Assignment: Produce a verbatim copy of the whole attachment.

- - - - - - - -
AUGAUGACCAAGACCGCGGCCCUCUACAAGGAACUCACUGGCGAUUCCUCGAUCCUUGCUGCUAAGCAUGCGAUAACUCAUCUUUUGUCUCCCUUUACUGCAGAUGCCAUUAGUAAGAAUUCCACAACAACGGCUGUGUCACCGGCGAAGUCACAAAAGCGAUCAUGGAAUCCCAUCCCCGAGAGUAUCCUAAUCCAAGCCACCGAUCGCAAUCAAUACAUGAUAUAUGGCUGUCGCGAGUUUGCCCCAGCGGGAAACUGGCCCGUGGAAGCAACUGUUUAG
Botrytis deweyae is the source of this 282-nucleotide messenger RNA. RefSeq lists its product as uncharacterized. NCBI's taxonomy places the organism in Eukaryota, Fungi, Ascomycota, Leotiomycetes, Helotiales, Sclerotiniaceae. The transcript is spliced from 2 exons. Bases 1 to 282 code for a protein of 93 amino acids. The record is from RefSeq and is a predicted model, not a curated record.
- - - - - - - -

AUGAUGACCAAGACCGCGGCCCUCUACAAGGAACUCACUGGCGAUUCCUCGAUCCUUGCUGCUAAGCAUGCGAUAACUCAUCUUUUGUCUCCCUUUACUGCAGAUGCCAUUAGUAAGAAUUCCACAACAACGGCUGUGUCACCGGCGAAGUCACAAAAGCGAUCAUGGAAUCCCAUCCCCGAGAGUAUCCUAAUCCAAGCCACCGAUCGCAAUCAAUACAUGAUAUAUGGCUGUCGCGAGUUUGCCCCAGCGGGAAACUGGCCCGUGGAAGCAACUGUUUAG
Botrytis deweyae is the source of this 282-nucleotide messenger RNA. RefSeq lists its product as uncharacterized. NCBI's taxonomy places the organism in Eukaryota, Fungi, Ascomycota, Leotiomycetes, Helotiales, Sclerotiniaceae. The transcript is spliced from 2 exons. Bases 1 to 282 code for a protein of 93 amino acids. The record is from RefSeq and is a predicted model, not a curated record.